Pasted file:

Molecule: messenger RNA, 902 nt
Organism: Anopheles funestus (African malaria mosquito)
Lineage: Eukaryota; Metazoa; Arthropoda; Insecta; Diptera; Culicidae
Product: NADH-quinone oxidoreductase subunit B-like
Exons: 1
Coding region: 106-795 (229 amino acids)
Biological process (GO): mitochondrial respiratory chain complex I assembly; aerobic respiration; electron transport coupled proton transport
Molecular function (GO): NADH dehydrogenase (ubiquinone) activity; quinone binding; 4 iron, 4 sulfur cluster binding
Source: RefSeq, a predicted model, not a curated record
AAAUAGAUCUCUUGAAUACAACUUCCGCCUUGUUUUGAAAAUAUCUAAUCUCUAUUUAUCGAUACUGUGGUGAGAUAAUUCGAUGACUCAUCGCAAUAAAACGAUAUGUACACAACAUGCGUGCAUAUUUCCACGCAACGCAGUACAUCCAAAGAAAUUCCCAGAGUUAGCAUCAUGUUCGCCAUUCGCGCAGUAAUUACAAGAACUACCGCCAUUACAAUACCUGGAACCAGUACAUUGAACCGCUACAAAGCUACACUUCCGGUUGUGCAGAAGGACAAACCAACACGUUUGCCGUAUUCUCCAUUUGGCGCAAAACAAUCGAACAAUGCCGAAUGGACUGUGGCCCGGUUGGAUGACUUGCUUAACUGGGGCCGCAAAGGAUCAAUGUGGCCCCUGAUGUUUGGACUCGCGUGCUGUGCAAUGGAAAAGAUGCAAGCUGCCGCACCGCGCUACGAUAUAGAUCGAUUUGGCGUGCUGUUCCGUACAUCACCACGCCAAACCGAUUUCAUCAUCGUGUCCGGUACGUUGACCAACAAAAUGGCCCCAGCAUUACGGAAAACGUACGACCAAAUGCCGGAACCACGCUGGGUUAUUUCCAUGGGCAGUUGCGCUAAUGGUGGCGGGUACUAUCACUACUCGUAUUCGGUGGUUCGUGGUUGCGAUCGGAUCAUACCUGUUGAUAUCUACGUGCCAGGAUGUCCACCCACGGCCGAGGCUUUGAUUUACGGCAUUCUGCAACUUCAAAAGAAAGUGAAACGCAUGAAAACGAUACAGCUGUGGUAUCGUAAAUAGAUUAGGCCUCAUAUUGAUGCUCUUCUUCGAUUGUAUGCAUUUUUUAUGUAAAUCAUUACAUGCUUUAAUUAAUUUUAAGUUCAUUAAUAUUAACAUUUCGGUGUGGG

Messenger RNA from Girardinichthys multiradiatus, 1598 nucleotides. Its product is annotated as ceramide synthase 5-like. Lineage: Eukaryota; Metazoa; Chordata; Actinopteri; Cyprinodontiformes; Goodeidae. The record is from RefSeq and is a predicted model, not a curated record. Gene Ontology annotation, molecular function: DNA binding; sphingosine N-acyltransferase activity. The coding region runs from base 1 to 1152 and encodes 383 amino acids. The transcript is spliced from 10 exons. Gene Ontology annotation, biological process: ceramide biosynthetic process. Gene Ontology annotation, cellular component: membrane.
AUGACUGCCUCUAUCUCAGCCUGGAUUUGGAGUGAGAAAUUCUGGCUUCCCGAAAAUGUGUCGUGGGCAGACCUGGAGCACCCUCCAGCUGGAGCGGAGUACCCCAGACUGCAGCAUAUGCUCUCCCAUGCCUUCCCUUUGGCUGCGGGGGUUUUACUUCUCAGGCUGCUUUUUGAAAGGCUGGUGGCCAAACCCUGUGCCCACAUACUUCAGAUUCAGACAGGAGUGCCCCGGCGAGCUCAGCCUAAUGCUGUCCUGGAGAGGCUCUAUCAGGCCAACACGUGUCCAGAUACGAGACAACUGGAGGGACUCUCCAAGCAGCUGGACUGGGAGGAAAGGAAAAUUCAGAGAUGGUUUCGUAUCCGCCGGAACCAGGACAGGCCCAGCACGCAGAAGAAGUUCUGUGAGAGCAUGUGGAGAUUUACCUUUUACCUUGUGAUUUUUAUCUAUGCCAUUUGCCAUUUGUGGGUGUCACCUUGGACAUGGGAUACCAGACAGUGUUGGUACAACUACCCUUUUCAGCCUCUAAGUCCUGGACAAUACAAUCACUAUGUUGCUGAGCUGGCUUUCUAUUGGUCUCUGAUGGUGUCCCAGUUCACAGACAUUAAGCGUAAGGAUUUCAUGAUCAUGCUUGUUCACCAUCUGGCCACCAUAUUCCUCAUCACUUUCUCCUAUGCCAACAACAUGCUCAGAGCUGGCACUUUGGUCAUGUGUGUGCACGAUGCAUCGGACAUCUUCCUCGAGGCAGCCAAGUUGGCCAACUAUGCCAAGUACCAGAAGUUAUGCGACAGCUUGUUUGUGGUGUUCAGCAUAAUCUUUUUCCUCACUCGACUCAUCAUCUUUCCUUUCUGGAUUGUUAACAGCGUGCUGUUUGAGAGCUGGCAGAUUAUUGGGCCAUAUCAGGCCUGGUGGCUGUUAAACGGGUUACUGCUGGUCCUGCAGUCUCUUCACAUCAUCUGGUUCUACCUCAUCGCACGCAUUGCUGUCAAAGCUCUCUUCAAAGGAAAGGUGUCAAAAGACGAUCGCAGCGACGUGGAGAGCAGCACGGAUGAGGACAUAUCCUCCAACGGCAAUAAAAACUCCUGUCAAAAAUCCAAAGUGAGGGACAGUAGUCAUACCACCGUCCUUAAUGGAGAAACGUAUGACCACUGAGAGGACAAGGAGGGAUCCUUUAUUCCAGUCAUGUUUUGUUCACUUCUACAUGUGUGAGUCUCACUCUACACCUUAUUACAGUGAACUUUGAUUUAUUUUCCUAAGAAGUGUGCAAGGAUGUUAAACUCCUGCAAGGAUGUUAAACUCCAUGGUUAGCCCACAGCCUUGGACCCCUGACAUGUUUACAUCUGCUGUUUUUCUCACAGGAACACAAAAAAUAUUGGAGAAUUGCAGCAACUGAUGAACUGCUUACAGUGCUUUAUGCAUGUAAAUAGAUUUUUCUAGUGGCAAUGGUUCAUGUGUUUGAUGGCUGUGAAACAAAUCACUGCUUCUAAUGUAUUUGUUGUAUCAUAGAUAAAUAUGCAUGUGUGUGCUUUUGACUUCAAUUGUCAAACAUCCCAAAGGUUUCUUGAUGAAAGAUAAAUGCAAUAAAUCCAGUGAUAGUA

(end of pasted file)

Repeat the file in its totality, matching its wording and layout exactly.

Molecule: messenger RNA, 902 nt
Organism: Anopheles funestus (African malaria mosquito)
Lineage: Eukaryota; Metazoa; Arthropoda; Insecta; Diptera; Culicidae
Product: NADH-quinone oxidoreductase subunit B-like
Exons: 1
Coding region: 106-795 (229 amino acids)
Biological process (GO): mitochondrial respiratory chain complex I assembly; aerobic respiration; electron transport coupled proton transport
Molecular function (GO): NADH dehydrogenase (ubiquinone) activity; quinone binding; 4 iron, 4 sulfur cluster binding
Source: RefSeq, a predicted model, not a curated record
AAAUAGAUCUCUUGAAUACAACUUCCGCCUUGUUUUGAAAAUAUCUAAUCUCUAUUUAUCGAUACUGUGGUGAGAUAAUUCGAUGACUCAUCGCAAUAAAACGAUAUGUACACAACAUGCGUGCAUAUUUCCACGCAACGCAGUACAUCCAAAGAAAUUCCCAGAGUUAGCAUCAUGUUCGCCAUUCGCGCAGUAAUUACAAGAACUACCGCCAUUACAAUACCUGGAACCAGUACAUUGAACCGCUACAAAGCUACACUUCCGGUUGUGCAGAAGGACAAACCAACACGUUUGCCGUAUUCUCCAUUUGGCGCAAAACAAUCGAACAAUGCCGAAUGGACUGUGGCCCGGUUGGAUGACUUGCUUAACUGGGGCCGCAAAGGAUCAAUGUGGCCCCUGAUGUUUGGACUCGCGUGCUGUGCAAUGGAAAAGAUGCAAGCUGCCGCACCGCGCUACGAUAUAGAUCGAUUUGGCGUGCUGUUCCGUACAUCACCACGCCAAACCGAUUUCAUCAUCGUGUCCGGUACGUUGACCAACAAAAUGGCCCCAGCAUUACGGAAAACGUACGACCAAAUGCCGGAACCACGCUGGGUUAUUUCCAUGGGCAGUUGCGCUAAUGGUGGCGGGUACUAUCACUACUCGUAUUCGGUGGUUCGUGGUUGCGAUCGGAUCAUACCUGUUGAUAUCUACGUGCCAGGAUGUCCACCCACGGCCGAGGCUUUGAUUUACGGCAUUCUGCAACUUCAAAAGAAAGUGAAACGCAUGAAAACGAUACAGCUGUGGUAUCGUAAAUAGAUUAGGCCUCAUAUUGAUGCUCUUCUUCGAUUGUAUGCAUUUUUUAUGUAAAUCAUUACAUGCUUUAAUUAAUUUUAAGUUCAUUAAUAUUAACAUUUCGGUGUGGG

Messenger RNA from Girardinichthys multiradiatus, 1598 nucleotides. Its product is annotated as ceramide synthase 5-like. Lineage: Eukaryota; Metazoa; Chordata; Actinopteri; Cyprinodontiformes; Goodeidae. The record is from RefSeq and is a predicted model, not a curated record. Gene Ontology annotation, molecular function: DNA binding; sphingosine N-acyltransferase activity. The coding region runs from base 1 to 1152 and encodes 383 amino acids. The transcript is spliced from 10 exons. Gene Ontology annotation, biological process: ceramide biosynthetic process. Gene Ontology annotation, cellular component: membrane.
AUGACUGCCUCUAUCUCAGCCUGGAUUUGGAGUGAGAAAUUCUGGCUUCCCGAAAAUGUGUCGUGGGCAGACCUGGAGCACCCUCCAGCUGGAGCGGAGUACCCCAGACUGCAGCAUAUGCUCUCCCAUGCCUUCCCUUUGGCUGCGGGGGUUUUACUUCUCAGGCUGCUUUUUGAAAGGCUGGUGGCCAAACCCUGUGCCCACAUACUUCAGAUUCAGACAGGAGUGCCCCGGCGAGCUCAGCCUAAUGCUGUCCUGGAGAGGCUCUAUCAGGCCAACACGUGUCCAGAUACGAGACAACUGGAGGGACUCUCCAAGCAGCUGGACUGGGAGGAAAGGAAAAUUCAGAGAUGGUUUCGUAUCCGCCGGAACCAGGACAGGCCCAGCACGCAGAAGAAGUUCUGUGAGAGCAUGUGGAGAUUUACCUUUUACCUUGUGAUUUUUAUCUAUGCCAUUUGCCAUUUGUGGGUGUCACCUUGGACAUGGGAUACCAGACAGUGUUGGUACAACUACCCUUUUCAGCCUCUAAGUCCUGGACAAUACAAUCACUAUGUUGCUGAGCUGGCUUUCUAUUGGUCUCUGAUGGUGUCCCAGUUCACAGACAUUAAGCGUAAGGAUUUCAUGAUCAUGCUUGUUCACCAUCUGGCCACCAUAUUCCUCAUCACUUUCUCCUAUGCCAACAACAUGCUCAGAGCUGGCACUUUGGUCAUGUGUGUGCACGAUGCAUCGGACAUCUUCCUCGAGGCAGCCAAGUUGGCCAACUAUGCCAAGUACCAGAAGUUAUGCGACAGCUUGUUUGUGGUGUUCAGCAUAAUCUUUUUCCUCACUCGACUCAUCAUCUUUCCUUUCUGGAUUGUUAACAGCGUGCUGUUUGAGAGCUGGCAGAUUAUUGGGCCAUAUCAGGCCUGGUGGCUGUUAAACGGGUUACUGCUGGUCCUGCAGUCUCUUCACAUCAUCUGGUUCUACCUCAUCGCACGCAUUGCUGUCAAAGCUCUCUUCAAAGGAAAGGUGUCAAAAGACGAUCGCAGCGACGUGGAGAGCAGCACGGAUGAGGACAUAUCCUCCAACGGCAAUAAAAACUCCUGUCAAAAAUCCAAAGUGAGGGACAGUAGUCAUACCACCGUCCUUAAUGGAGAAACGUAUGACCACUGAGAGGACAAGGAGGGAUCCUUUAUUCCAGUCAUGUUUUGUUCACUUCUACAUGUGUGAGUCUCACUCUACACCUUAUUACAGUGAACUUUGAUUUAUUUUCCUAAGAAGUGUGCAAGGAUGUUAAACUCCUGCAAGGAUGUUAAACUCCAUGGUUAGCCCACAGCCUUGGACCCCUGACAUGUUUACAUCUGCUGUUUUUCUCACAGGAACACAAAAAAUAUUGGAGAAUUGCAGCAACUGAUGAACUGCUUACAGUGCUUUAUGCAUGUAAAUAGAUUUUUCUAGUGGCAAUGGUUCAUGUGUUUGAUGGCUGUGAAACAAAUCACUGCUUCUAAUGUAUUUGUUGUAUCAUAGAUAAAUAUGCAUGUGUGUGCUUUUGACUUCAAUUGUCAAACAUCCCAAAGGUUUCUUGAUGAAAGAUAAAUGCAAUAAAUCCAGUGAUAGUA